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Impacts of forest-vineyard conversion

This article was published in the
Independent Coast Observer
on January 31, 2003.

Impacts of forest-vineyard conversion
By Julie Verran

Courtesy Independent Coast Observer, Gualala, CA

Conversion of forests to vineyards proposed between Manchester and Cazadero could have many unforeseen effects, according to scientists who spoke to about 80 people at a meeting of Friends of the Gualala River last Wednesday.

“The issue tonight is not about wine, it’s about the forest,” and whether it is appropriate to lose forest for any crop, said Chris Poehlmann from Annapolis where grapes are gaining an ever-larger foothold.

The most important product the forest is water, he went on. A vineyard compared to a forest would be a desert, and not, as one applicant wrote, “a crop rotation.”

Grape pressure began in Annapolis when Kendall Jackson bought land and planted vines on land that was mostly apple orchard. They did no forest conversion, but those who follow them do. Some interests come from as far away as Spain and Minnesota. “Annapolis isn’t as remote as we all thought,” said Poehlmann.

He brought a sheaf of studies showing that current forestry rules are inadequate to protect resources, especially from cumulative effects.

Four years ago 10,000 acres of grapes were proposed for the former Coastal Forestlands Longview Tract in the coastal hills of northern Sonoma and Southern Mendocino counties. Now, promoters say it would be less than 5,000 acres, possibly financed by the California Public Employees Retirement System. Poehlmann advised people to lend support to organizations that fight deforestation, and to write to state and county officials.

Greg Giusti, UC Extension Forestry Advisor, said that individual land use practices lead to cumulative effects. He showed a slide of a small dam that would not be too bad a barrier for fish seeking to go upstream to spawn. Then he showed a slide with 1,200 known dams in California marked in red. The scientific record since the 1880s shows decline of salmon as dams increased.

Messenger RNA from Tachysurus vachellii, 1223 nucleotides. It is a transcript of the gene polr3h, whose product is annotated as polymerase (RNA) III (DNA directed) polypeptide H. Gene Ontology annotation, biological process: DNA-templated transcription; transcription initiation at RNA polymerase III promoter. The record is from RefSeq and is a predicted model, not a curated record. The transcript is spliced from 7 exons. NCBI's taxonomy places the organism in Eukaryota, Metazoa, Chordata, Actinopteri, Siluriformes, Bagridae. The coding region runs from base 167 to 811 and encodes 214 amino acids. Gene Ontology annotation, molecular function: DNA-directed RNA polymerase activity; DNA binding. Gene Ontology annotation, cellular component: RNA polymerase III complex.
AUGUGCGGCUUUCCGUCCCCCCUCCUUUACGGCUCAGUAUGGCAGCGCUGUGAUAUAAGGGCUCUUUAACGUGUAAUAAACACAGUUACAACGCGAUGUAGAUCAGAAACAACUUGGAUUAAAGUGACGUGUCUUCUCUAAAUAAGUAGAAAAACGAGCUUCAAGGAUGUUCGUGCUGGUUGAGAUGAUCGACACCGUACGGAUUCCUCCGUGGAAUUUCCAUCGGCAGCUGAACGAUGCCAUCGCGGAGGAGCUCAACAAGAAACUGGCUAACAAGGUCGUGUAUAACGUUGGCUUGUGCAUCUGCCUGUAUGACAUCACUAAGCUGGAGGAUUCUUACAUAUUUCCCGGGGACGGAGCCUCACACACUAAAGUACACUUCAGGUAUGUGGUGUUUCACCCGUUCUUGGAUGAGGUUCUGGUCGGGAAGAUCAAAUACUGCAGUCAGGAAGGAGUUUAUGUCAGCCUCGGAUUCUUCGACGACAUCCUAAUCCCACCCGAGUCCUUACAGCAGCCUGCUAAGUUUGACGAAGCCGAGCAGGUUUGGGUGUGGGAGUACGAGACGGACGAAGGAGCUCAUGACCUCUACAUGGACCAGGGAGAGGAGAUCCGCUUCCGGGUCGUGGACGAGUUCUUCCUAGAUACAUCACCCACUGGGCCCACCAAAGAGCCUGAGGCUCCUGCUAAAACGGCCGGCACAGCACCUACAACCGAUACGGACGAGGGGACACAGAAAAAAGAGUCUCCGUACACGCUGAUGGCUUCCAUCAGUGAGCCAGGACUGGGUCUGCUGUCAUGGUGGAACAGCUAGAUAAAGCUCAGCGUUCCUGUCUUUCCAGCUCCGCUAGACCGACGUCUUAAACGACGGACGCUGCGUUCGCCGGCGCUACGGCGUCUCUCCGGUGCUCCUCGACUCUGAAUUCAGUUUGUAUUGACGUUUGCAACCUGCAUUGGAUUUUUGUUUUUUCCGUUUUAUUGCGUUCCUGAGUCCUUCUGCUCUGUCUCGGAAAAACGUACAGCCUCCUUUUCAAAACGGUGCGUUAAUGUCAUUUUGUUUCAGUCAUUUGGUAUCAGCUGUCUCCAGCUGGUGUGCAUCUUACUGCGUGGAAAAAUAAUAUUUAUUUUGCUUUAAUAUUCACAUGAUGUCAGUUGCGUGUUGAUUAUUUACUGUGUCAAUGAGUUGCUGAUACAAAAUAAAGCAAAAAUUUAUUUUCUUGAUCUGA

Redwood is a remnant species, Giusti went on. It extended over much of North America in another time, and showed up in California 5.3 million years ago. Redwoods grew 66.4 million years ago in Wyoming. They live on where it is cool, generally near the coast, in company with other trees.

Redwoods lived through low-intensity fires every seven years or so that did not burn them down. Redwood forests repaired themselves one or a few trees at a time. There is little evidence of large-scale destruction.

Since modern logging started in the redwoods in the 1860s, 94 percent of the old forest has been converted to something much younger. Giusti showed historic photos of logging in the Gualala watershed collected by Save the Redwoods League.

Removing the oldest trees from the forest removes the nesting sites for marbled murrelets, birds that are still around and are seen flying here. They raise their young on broad limbs high in trees, and they are affected by conversion of the structure of the forest.

Large hollow trees called goose pens provide nesting sites for bats. The red-backed vole is another dweller in old forest. It spreads spores of fungi that help tree roots absorb nutrients. No scientific work describes the invertebrates of the redwood forest. We know that when we change structure, many organisms have difficulty in adapting, he said.

Oak woodlands conversion is not as regulated as conifer conversion, Giusti added. All these conversions chip away at the forest.

The next speaker was Adina Merenlender, who specializes in advanced mapping. Using these tools, she seeks to define cumulative effects, such as the infilling of pools with fine sediment in specific reaches of anadromous fish habitat.